Though wise men at their end know dark is right,
- Where We Are
- What Was Important About Last Week
- What We Are Watching For This Week
- A Word On Discipline
Where We Are:
Taking a look at U.S. Equities:
The market has nose-dived on Fed comments, with the Nasdaq losing more than 4% for the week, and the Russell more than 5%.
The sinking words from the Fed were simply, “some further policy tightening may yet be needed.”
The market’s reaction is based on the perception that continued rising interest rates will work against the earnings potential of companies.
The Fed also said, its policy is contingent of future economic data.
If the economy remains robust, we get higher interest rates. If the economy softens, we likely get a pause on interest rates but less earnings growth.
From a fundamental perspective it appears the market is at an inflection point of a lose-lose situation.
From a technical perspective, we’ve monitored weakness in the Hi/Lo Ratio and Nasdaq price-action for weeks, and have warned this is not an ideal environment for Growth Stocks.
When it comes to the market we put more emphasis on the technical side of things.
Incoming data on the economy can turn things any which way, but it’s always our charts and inter-market relations that illuminate reality.
The key question we face now is this a pullback or a longer-term top?
The answer may become clear as we monitor the degree of selling vs. buying in the coming sessions. Pullbacks will occur on lighter downside volume. Tops usually come with institutional grade selling with four or more distribution days in a three week period.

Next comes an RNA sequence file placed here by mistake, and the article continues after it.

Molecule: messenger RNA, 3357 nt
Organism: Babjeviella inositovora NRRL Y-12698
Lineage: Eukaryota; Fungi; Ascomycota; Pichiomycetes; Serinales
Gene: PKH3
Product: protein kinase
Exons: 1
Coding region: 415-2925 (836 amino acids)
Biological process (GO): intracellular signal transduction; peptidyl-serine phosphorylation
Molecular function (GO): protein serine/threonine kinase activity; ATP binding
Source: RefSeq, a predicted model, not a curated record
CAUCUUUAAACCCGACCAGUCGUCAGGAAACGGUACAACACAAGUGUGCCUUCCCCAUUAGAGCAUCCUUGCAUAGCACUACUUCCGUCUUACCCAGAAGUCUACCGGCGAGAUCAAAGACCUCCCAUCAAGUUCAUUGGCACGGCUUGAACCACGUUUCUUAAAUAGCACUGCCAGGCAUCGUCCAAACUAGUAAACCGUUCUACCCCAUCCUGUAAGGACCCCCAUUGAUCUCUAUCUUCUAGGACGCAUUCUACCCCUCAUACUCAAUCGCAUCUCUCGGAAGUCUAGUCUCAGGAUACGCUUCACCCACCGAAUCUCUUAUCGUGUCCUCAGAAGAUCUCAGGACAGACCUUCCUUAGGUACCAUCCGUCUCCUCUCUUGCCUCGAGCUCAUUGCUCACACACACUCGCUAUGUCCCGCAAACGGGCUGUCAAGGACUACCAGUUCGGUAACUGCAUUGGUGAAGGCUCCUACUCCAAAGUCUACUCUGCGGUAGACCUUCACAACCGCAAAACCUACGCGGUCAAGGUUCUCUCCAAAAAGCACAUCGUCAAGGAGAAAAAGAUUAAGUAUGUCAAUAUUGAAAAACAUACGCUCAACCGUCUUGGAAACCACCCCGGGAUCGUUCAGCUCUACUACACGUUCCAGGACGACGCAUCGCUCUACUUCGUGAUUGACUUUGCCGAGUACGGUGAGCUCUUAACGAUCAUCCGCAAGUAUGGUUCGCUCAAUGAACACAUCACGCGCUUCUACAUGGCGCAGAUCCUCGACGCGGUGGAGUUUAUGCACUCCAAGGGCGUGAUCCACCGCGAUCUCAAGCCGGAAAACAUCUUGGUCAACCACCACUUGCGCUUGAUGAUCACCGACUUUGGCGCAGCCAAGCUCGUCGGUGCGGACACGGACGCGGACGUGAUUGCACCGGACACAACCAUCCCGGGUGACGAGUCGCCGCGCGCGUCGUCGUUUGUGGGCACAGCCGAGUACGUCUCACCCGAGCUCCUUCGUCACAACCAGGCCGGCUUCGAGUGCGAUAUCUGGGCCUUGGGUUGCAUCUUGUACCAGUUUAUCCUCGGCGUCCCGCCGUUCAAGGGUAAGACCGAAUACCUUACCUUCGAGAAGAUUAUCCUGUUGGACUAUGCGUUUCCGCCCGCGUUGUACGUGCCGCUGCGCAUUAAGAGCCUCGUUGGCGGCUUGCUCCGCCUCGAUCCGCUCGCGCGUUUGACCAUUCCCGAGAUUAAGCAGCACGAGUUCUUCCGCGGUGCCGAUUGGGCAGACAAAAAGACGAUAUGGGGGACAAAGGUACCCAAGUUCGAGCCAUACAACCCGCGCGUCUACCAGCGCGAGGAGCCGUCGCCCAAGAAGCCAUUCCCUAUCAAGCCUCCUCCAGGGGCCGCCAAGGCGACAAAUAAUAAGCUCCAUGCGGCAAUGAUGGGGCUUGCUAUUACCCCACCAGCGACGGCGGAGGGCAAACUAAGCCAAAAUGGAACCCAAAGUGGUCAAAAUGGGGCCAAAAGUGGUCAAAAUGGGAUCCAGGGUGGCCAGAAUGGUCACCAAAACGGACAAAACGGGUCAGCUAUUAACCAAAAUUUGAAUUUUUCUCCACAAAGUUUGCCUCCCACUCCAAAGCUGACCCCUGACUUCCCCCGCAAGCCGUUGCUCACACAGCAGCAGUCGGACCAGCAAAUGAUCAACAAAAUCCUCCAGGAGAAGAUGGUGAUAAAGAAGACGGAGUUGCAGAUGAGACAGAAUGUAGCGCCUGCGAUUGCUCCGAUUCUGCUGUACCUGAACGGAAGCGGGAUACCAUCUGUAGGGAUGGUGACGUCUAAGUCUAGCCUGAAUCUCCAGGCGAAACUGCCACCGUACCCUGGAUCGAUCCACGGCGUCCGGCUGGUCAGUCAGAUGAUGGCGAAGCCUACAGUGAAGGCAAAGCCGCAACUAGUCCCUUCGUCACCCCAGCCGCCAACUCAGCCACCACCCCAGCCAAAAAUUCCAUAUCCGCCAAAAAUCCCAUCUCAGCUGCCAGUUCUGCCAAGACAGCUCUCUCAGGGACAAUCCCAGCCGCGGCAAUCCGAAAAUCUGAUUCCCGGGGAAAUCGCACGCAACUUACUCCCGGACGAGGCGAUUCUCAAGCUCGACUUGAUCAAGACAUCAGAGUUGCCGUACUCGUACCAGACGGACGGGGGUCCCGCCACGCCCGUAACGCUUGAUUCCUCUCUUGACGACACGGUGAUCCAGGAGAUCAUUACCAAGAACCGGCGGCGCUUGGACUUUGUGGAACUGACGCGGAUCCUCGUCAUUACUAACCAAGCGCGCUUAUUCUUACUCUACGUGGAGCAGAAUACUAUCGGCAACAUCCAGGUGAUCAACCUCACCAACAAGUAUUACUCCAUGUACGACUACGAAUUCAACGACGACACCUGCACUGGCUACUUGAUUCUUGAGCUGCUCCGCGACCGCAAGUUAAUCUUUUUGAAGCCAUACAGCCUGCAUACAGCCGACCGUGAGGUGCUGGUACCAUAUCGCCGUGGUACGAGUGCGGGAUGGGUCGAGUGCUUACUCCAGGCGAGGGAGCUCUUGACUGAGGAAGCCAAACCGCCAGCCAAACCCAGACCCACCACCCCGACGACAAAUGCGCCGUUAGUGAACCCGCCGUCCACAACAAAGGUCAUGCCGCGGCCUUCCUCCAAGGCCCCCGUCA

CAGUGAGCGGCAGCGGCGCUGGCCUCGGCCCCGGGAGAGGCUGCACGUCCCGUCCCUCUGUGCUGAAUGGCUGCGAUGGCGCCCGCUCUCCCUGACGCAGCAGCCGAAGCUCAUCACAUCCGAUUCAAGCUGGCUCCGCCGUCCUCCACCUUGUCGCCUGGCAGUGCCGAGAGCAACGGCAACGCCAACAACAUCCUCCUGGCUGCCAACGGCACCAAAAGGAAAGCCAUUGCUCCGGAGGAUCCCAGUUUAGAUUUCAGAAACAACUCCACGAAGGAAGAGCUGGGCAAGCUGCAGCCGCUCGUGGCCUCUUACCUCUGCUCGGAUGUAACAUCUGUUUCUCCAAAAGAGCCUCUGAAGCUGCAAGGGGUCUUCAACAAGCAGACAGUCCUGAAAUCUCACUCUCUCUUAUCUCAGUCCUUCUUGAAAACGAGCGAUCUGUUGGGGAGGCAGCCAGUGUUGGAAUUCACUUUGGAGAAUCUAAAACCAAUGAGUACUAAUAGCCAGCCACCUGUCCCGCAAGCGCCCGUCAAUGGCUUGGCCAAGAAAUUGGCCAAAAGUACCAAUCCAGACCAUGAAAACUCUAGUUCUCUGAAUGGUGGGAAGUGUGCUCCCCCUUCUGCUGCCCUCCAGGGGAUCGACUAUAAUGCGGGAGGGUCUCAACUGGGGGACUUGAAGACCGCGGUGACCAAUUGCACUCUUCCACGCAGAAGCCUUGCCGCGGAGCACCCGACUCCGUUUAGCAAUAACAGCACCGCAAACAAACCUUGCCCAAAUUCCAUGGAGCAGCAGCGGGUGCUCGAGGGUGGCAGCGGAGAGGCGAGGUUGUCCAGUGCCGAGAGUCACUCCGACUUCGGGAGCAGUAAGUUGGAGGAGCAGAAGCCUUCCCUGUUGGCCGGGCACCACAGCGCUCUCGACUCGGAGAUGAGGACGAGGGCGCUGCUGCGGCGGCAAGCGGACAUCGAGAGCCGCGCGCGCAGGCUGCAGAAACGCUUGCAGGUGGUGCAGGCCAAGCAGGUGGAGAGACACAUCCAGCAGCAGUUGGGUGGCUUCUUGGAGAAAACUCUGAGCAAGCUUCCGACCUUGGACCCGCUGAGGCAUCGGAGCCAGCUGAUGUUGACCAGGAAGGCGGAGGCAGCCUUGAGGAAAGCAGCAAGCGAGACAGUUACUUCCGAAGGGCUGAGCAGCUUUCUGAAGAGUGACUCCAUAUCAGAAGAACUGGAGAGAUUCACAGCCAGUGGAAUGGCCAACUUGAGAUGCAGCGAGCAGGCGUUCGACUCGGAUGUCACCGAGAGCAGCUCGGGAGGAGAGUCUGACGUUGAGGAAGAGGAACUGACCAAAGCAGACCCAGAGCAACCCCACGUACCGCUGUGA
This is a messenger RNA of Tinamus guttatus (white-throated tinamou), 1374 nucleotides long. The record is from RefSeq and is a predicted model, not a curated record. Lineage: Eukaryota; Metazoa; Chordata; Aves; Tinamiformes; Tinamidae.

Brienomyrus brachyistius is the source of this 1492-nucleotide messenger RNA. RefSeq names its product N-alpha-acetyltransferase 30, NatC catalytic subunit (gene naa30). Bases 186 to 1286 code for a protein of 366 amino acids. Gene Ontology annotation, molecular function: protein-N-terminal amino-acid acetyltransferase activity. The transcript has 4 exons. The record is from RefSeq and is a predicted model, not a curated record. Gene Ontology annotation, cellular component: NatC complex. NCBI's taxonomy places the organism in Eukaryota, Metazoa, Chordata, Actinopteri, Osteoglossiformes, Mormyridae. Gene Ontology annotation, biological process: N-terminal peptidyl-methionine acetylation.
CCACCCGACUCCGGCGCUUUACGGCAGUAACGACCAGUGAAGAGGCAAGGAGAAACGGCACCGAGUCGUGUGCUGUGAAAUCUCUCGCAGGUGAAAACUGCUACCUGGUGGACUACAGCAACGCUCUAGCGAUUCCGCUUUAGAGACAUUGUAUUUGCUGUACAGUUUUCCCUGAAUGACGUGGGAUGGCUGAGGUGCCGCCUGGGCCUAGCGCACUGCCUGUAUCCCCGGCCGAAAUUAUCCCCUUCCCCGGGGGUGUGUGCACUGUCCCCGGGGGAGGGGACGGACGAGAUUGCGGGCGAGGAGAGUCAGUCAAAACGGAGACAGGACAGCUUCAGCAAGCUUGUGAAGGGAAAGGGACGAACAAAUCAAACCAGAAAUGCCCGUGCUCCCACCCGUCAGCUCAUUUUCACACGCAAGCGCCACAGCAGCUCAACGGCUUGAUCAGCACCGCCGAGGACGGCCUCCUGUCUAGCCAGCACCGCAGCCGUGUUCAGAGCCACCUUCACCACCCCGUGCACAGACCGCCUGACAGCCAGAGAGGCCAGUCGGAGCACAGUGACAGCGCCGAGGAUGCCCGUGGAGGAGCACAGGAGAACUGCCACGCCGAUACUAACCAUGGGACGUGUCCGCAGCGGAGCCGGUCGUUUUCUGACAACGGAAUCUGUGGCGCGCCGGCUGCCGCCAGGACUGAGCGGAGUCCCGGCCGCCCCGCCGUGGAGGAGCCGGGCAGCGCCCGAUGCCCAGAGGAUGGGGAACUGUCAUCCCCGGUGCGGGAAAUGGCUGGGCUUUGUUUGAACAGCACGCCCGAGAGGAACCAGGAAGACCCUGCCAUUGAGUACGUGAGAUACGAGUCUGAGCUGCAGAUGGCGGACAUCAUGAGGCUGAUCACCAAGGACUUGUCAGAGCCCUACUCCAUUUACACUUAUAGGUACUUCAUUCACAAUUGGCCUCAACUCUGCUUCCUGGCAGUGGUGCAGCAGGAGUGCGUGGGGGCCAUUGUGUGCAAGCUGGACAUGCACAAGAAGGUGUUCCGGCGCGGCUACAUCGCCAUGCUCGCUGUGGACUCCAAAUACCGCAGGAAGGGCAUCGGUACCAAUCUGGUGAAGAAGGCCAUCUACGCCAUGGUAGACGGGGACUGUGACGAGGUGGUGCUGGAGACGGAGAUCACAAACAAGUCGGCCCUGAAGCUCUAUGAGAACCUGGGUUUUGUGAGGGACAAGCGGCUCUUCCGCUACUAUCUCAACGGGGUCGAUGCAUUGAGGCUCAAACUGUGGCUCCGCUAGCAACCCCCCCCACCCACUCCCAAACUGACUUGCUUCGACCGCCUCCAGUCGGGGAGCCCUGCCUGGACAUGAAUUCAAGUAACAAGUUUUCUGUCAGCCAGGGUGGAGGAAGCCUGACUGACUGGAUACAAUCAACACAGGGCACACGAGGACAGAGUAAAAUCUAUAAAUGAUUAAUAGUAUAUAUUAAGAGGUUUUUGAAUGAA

The Dow and Russell currently have four distribution days booked past three weeks.
We also want to watch how individual sectors hold up. We always like to see Technology lead things. Technology has so far led us lower.
Just as markets have a tendency to suck in buyers at the top, they suck in sellers at the bottom. Perhaps we won’t see upside until the market can shakes loose some hands.
The Dow Industrial Average
($INDU), -1.7 %, remains above its upward trending major moving averages.
The S&P 500
($SPX), -2.6 %, closed below its 50-day moving average and at the bottom of an upward trending channel.
($COMPQ), -4.2 %, hit a new low for the year, closing well below its 50-day moving average.
($RUT), -5.0 %, closed below its 50-day moving average and an upward trending channel.
Volume indications for the week were decidedly bearish after two days of distribution a piece on the Dow, Russell and Nasdaq. For the past three weeks the scale is now tilted to the bears.
The Hi/Lo Ratio for the NYSE and Nasdaq were slammed to new lows for the year. Bearish divergence for this ratio against the market was a precursor to this for a couple months.
Key chart action for the week:
Charts courtesy of Stockcharts.com
*Major moving averages are the 50 and 200 day simple moving averages.
The 10-year Note Yield
($tnx) ticked to a new high for the year.
The U.S. Dollar Index
($USD) continues its slide below the major moving averages.
The Gold Miners Index
($XAU) posted a loss as it trades well above its major averages.
The Dow Jones AIG Commodity Index
($DJAIG) broke north of a cup-and-handle pattern.
($CMR) just barely poked to a new high before closing out with a loss on the week.
($CYC) hit a new high before closing retreating for a loss on the week.
($DJUSTC) dropped off to below its 200-day moving average.
The Semiconductor Index
($SOX) sold off to close on its 200-day moving average.
($BKX) pulled back as they continue to trade above the major moving averages.
($XBD) hit a two month low.
($RLX) closed below its 50-day average and an upward trending channel line.
($HCX) continued its slide below the major moving averages.
($BTK) drifted below its major moving averages, closing in on the year’s low.
($DJR) turned south from its 50-day moving average as the index holds a six-month range.
($DJUSHB) slipped further below their major moving averages.
($TRAN) hit a new high before pulling back to close with a loss above its major moving averages.